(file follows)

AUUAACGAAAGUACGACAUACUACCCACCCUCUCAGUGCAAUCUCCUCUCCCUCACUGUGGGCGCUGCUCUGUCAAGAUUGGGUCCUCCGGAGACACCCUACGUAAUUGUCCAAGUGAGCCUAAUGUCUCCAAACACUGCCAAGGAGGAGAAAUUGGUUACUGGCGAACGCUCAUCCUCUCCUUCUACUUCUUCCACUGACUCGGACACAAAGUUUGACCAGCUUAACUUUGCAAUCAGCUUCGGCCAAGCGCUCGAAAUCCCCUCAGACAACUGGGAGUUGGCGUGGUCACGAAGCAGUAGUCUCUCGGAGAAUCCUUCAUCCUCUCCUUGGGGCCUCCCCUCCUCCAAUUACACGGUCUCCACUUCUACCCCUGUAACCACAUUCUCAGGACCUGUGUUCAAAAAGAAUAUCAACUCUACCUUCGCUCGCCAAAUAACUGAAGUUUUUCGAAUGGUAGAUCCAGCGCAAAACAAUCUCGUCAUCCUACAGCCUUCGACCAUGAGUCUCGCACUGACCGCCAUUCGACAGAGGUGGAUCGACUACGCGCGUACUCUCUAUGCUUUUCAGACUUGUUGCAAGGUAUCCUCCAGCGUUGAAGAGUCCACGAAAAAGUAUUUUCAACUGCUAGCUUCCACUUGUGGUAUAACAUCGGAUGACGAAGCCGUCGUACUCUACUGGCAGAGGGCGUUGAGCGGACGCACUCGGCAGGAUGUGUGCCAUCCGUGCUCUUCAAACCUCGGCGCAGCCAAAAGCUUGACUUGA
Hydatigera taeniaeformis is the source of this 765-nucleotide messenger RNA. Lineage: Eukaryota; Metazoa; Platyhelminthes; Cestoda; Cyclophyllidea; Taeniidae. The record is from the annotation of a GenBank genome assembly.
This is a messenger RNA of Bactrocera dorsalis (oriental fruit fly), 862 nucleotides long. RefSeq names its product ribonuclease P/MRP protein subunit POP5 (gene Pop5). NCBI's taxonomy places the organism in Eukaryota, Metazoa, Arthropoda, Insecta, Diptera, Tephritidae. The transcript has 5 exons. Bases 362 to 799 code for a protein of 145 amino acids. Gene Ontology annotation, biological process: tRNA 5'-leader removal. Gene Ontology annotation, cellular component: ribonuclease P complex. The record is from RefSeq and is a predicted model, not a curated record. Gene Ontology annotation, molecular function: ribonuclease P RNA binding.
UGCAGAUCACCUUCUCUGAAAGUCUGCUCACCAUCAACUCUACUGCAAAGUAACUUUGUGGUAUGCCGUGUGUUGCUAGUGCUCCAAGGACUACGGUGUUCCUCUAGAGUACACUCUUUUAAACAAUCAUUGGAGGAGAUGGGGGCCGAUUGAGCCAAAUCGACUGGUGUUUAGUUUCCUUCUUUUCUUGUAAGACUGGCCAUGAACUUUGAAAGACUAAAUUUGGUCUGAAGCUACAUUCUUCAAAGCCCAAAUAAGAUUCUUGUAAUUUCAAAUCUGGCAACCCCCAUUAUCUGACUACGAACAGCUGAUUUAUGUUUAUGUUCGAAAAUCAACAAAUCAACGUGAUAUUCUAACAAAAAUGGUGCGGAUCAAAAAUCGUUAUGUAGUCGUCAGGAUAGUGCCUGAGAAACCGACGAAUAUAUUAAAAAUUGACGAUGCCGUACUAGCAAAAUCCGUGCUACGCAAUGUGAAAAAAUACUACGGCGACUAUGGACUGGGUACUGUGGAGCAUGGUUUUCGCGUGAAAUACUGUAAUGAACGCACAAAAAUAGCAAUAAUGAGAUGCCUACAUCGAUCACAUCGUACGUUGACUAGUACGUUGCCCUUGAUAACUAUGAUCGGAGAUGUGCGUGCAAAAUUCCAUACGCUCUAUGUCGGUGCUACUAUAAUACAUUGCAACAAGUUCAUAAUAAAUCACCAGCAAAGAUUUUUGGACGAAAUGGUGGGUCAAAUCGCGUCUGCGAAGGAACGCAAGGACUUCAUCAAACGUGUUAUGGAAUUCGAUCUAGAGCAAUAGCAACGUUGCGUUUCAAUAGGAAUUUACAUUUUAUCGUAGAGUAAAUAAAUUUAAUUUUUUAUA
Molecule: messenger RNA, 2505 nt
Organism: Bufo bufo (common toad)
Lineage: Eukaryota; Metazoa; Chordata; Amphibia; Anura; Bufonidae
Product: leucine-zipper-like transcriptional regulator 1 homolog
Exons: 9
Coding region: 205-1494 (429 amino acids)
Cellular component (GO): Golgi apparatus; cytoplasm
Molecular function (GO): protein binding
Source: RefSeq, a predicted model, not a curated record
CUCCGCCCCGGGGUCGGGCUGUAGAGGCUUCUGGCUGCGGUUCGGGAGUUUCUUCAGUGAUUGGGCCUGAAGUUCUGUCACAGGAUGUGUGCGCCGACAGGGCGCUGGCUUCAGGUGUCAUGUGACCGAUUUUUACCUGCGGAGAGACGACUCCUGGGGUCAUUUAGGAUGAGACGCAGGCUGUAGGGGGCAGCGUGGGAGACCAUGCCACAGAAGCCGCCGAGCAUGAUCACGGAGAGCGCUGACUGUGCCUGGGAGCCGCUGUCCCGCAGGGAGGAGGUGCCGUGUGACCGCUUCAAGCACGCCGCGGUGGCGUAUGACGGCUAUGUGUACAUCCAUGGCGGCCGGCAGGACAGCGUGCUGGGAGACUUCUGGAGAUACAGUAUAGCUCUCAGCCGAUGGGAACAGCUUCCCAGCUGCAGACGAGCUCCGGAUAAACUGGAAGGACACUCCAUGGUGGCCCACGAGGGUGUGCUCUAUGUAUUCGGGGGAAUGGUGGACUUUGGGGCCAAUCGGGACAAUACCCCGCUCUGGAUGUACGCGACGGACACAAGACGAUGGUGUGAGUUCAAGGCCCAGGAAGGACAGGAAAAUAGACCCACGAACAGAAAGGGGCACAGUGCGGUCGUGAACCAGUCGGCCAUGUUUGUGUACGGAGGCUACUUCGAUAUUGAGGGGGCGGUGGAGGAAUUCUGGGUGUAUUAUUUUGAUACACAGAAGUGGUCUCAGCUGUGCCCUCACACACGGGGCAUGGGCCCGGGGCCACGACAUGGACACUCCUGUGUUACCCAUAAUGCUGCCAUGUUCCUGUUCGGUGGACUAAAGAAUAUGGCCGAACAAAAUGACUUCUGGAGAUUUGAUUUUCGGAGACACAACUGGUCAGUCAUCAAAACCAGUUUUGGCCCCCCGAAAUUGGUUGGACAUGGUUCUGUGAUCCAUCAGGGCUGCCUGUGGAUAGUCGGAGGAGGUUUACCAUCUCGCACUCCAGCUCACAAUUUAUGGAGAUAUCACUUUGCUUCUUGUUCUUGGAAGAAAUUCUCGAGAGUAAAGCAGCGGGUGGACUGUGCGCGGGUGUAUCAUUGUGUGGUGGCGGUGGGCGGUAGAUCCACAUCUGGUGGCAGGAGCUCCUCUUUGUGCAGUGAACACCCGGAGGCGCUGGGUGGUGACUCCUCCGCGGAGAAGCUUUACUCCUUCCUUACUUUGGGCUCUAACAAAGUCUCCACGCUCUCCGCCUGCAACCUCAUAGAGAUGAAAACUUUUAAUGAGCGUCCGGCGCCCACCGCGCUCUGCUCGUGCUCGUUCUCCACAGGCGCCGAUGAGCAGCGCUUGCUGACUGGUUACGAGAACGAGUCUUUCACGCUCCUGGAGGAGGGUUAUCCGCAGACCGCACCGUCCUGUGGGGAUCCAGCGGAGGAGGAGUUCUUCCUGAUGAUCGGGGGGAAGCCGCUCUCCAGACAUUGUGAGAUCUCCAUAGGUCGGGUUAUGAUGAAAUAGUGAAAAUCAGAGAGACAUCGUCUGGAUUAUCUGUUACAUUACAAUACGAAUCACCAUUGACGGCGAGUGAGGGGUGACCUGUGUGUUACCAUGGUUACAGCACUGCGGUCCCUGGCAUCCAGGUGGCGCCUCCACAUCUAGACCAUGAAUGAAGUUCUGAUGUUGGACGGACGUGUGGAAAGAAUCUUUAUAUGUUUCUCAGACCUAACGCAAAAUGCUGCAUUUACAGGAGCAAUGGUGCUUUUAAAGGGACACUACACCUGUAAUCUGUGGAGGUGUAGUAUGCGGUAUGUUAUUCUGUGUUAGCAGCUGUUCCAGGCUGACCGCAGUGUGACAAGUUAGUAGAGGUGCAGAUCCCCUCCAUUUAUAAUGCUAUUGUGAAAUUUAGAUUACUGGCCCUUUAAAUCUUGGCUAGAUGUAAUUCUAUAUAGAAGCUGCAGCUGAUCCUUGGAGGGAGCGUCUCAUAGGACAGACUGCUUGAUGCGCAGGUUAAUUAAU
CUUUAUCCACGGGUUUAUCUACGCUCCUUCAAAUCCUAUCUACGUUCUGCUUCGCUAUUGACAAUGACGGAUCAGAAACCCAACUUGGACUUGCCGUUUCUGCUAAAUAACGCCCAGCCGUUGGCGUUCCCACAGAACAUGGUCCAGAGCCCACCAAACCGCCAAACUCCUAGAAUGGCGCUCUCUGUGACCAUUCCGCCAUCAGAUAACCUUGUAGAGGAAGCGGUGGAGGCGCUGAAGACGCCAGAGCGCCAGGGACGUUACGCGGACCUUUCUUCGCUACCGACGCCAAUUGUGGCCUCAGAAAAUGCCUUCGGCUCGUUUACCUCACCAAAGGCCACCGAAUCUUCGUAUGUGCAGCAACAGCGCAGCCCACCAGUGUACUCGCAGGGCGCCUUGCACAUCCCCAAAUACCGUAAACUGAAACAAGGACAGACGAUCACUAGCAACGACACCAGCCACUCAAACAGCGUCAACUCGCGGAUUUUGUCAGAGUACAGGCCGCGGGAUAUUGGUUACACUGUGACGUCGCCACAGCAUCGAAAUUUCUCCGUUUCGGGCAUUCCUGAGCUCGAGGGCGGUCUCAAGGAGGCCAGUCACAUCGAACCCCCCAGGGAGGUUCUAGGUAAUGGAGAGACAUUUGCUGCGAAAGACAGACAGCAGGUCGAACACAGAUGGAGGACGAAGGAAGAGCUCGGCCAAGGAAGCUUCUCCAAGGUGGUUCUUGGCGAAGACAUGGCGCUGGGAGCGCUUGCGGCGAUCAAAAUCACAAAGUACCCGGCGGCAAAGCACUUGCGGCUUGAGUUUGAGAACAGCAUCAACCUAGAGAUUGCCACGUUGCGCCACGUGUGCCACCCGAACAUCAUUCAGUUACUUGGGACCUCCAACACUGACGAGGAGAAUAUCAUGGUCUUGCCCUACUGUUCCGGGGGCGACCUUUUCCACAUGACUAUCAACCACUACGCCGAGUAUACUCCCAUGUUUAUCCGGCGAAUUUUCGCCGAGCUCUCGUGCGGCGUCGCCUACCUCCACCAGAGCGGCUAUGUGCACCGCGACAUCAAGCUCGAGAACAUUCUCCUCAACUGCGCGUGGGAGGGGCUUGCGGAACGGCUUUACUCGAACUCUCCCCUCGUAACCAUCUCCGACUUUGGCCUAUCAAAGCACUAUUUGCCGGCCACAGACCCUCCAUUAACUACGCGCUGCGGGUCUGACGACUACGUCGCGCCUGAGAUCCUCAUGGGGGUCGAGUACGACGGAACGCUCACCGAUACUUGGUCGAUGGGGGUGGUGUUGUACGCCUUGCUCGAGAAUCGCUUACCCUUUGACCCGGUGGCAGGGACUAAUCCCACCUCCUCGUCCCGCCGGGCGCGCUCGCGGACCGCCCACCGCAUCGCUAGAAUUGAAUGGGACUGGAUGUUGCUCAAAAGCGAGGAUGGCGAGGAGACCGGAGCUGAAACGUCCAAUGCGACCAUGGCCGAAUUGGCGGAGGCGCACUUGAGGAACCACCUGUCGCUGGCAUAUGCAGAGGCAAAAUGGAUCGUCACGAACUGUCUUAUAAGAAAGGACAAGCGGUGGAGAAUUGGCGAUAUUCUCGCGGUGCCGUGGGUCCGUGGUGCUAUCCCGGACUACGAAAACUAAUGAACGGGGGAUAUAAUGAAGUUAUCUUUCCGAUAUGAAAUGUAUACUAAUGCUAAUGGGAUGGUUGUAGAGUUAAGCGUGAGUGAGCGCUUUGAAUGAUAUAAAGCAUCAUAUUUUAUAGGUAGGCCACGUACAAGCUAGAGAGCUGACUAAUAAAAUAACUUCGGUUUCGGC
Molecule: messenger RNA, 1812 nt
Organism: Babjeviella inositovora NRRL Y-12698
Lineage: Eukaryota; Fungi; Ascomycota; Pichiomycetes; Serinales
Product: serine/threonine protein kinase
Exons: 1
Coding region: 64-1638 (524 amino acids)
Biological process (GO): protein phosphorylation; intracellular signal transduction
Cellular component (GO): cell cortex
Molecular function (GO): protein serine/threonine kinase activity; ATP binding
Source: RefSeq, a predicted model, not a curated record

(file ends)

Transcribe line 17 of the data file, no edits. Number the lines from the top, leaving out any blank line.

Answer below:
Organism: Babjeviella inositovora NRRL Y-12698